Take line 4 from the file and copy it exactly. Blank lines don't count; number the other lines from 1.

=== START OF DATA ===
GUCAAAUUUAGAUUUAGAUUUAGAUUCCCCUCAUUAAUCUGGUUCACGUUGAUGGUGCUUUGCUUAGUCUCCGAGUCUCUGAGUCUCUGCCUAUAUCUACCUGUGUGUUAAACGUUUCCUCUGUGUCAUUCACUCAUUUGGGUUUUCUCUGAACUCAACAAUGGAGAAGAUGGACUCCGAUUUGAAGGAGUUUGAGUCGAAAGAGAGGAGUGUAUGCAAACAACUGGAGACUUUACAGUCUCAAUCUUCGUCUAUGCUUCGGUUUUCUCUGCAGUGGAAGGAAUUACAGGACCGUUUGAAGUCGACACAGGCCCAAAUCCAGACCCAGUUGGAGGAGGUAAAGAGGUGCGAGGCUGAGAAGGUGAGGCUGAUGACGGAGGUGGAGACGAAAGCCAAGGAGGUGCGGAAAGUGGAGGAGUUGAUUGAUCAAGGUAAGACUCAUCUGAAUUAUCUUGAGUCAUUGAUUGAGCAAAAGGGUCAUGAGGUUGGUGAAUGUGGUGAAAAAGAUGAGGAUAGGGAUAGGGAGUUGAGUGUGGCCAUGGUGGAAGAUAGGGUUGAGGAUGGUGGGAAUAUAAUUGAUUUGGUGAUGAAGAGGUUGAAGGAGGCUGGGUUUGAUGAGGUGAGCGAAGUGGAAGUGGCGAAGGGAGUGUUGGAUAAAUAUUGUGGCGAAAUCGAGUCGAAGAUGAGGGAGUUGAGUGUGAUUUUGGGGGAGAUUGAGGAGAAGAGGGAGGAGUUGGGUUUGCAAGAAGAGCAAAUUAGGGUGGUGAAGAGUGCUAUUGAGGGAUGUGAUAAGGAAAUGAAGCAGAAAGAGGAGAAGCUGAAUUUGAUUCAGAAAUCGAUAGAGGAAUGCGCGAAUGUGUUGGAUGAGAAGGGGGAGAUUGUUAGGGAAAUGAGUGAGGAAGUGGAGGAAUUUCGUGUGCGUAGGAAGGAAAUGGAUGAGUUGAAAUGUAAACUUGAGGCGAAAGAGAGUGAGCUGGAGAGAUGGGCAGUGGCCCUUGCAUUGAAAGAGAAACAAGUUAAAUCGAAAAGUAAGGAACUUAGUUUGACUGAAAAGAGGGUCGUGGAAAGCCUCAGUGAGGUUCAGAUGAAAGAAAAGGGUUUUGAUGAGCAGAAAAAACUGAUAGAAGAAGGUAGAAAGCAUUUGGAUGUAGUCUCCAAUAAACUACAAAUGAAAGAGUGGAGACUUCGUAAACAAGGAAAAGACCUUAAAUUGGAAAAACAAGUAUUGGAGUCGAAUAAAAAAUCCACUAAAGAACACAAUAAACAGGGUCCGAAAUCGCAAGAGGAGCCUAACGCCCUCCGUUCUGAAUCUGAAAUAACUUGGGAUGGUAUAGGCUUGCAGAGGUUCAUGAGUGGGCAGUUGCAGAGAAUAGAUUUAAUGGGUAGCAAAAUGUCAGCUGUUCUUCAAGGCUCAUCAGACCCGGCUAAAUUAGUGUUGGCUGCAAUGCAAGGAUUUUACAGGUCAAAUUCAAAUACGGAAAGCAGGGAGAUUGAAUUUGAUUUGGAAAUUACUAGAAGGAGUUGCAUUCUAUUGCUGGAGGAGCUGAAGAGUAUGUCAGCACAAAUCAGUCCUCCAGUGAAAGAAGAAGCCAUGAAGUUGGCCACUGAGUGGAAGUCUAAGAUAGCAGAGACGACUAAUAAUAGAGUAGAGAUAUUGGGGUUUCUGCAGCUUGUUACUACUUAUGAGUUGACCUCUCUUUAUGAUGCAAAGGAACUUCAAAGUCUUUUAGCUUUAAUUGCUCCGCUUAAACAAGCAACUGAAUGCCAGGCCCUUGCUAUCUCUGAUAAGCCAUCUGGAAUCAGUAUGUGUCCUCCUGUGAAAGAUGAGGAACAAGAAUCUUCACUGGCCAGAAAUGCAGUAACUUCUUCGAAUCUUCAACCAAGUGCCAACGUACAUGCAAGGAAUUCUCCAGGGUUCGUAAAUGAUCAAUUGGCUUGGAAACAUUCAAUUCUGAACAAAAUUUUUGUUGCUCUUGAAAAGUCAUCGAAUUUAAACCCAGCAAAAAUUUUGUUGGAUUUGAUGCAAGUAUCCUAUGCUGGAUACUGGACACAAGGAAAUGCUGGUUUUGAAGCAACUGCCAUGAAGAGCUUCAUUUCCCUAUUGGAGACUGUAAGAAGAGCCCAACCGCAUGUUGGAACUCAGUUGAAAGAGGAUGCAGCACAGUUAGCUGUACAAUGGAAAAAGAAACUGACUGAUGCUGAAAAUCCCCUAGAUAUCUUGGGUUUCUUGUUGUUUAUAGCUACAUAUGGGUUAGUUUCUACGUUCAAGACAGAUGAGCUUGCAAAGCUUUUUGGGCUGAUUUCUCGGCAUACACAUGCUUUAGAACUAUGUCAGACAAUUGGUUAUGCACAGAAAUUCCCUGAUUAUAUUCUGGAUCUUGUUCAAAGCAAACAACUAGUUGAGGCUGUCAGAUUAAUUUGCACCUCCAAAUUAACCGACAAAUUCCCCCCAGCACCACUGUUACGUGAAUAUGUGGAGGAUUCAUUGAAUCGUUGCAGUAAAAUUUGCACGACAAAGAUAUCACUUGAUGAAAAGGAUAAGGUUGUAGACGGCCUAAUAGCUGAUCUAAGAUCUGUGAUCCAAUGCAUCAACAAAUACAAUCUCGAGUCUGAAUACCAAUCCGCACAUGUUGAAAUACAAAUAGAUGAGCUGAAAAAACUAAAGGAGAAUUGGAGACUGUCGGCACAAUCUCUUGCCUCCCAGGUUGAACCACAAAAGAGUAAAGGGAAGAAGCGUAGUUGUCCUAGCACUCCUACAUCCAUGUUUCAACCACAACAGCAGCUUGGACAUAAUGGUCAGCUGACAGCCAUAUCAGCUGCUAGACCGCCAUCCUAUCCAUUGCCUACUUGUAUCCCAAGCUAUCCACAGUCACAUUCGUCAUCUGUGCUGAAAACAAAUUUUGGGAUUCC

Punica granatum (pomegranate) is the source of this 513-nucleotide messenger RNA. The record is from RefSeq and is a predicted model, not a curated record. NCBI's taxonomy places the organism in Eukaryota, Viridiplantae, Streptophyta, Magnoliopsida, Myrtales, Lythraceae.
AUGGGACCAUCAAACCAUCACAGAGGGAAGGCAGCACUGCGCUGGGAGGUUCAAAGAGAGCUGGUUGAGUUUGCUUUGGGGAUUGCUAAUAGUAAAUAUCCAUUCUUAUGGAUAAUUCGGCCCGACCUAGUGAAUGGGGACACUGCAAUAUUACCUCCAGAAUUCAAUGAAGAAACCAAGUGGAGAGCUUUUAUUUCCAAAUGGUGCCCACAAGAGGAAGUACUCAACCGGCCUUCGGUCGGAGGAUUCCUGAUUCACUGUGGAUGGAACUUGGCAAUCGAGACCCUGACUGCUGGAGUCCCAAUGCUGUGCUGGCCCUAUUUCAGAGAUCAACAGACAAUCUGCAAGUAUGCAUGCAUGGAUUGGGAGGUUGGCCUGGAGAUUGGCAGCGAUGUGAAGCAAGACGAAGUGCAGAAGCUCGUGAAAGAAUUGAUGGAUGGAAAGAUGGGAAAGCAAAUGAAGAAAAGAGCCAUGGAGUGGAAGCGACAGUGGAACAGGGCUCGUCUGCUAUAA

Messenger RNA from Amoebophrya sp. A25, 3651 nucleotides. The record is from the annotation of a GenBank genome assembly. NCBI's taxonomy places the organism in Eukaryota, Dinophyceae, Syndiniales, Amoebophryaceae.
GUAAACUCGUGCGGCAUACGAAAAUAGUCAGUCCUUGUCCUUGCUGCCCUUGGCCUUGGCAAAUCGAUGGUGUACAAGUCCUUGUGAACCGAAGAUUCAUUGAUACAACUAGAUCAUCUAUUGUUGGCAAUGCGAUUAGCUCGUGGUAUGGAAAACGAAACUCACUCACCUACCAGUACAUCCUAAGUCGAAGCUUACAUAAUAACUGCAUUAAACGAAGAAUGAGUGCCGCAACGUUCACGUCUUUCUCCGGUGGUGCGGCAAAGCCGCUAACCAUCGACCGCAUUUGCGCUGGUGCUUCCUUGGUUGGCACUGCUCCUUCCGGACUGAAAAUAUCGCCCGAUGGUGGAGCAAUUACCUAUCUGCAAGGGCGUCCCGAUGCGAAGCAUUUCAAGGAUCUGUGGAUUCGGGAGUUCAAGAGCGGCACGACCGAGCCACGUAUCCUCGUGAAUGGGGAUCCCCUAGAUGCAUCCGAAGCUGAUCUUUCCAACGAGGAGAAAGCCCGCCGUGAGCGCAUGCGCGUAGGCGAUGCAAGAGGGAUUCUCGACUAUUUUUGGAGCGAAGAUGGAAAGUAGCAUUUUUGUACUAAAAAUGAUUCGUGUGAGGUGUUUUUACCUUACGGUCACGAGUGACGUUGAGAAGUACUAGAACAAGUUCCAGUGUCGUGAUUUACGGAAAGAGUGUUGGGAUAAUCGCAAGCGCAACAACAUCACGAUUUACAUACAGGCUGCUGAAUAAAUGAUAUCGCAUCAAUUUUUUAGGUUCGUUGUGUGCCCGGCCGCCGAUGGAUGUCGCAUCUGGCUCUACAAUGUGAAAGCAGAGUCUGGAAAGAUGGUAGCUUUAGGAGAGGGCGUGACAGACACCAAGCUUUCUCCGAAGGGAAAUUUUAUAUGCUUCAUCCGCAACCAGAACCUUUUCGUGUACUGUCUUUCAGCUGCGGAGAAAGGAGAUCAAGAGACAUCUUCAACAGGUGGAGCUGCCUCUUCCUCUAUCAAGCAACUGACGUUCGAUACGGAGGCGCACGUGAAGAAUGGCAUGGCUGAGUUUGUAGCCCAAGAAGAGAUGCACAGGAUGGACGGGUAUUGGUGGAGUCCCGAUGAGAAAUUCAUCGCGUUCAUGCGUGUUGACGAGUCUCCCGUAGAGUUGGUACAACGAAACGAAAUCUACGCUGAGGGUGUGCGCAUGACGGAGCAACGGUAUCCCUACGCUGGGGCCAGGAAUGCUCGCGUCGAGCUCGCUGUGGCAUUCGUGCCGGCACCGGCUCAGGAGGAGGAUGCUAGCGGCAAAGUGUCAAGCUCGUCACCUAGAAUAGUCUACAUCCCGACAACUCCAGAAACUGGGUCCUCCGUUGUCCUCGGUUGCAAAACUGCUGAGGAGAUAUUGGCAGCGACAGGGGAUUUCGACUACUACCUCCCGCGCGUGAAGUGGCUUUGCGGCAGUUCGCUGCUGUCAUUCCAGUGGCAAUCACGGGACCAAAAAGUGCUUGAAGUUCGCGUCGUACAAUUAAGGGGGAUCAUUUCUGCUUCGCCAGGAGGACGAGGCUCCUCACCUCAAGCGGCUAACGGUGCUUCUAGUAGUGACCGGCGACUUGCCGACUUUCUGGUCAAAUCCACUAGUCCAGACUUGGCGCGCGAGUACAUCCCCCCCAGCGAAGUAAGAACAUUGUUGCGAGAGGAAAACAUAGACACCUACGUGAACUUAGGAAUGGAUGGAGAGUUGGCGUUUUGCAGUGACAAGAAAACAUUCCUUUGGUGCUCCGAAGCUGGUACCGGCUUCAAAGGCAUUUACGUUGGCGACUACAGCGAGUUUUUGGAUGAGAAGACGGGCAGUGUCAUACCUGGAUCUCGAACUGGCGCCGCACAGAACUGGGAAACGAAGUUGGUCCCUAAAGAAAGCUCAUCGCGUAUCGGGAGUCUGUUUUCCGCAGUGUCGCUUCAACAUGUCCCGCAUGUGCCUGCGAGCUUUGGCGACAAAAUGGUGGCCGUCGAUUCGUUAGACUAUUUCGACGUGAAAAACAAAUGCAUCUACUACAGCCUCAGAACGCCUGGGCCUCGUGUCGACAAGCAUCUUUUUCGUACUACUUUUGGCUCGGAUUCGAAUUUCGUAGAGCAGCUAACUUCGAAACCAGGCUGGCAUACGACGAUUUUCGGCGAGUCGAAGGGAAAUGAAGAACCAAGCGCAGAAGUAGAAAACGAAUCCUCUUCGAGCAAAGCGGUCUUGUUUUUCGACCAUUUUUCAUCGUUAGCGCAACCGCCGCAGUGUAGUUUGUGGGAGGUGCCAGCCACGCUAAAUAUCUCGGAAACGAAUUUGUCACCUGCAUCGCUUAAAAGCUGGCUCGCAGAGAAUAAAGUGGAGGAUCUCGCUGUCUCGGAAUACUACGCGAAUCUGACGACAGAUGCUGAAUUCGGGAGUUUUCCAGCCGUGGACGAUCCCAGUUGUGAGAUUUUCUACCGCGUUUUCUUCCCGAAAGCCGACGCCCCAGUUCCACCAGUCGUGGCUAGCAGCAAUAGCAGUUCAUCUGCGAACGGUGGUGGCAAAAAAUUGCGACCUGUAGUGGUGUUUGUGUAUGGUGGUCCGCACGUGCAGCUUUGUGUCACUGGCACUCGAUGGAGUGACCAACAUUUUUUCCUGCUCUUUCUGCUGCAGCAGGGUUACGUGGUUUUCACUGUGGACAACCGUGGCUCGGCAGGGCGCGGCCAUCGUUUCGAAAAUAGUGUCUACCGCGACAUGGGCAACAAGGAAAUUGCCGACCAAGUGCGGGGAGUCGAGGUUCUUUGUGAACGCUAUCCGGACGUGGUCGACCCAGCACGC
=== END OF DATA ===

Messenger RNA from Amoebophrya sp. A25, 3651 nucleotides. The record is from the annotation of a GenBank genome assembly. NCBI's taxonomy places the organism in Eukaryota, Dinophyceae, Syndiniales, Amoebophryaceae.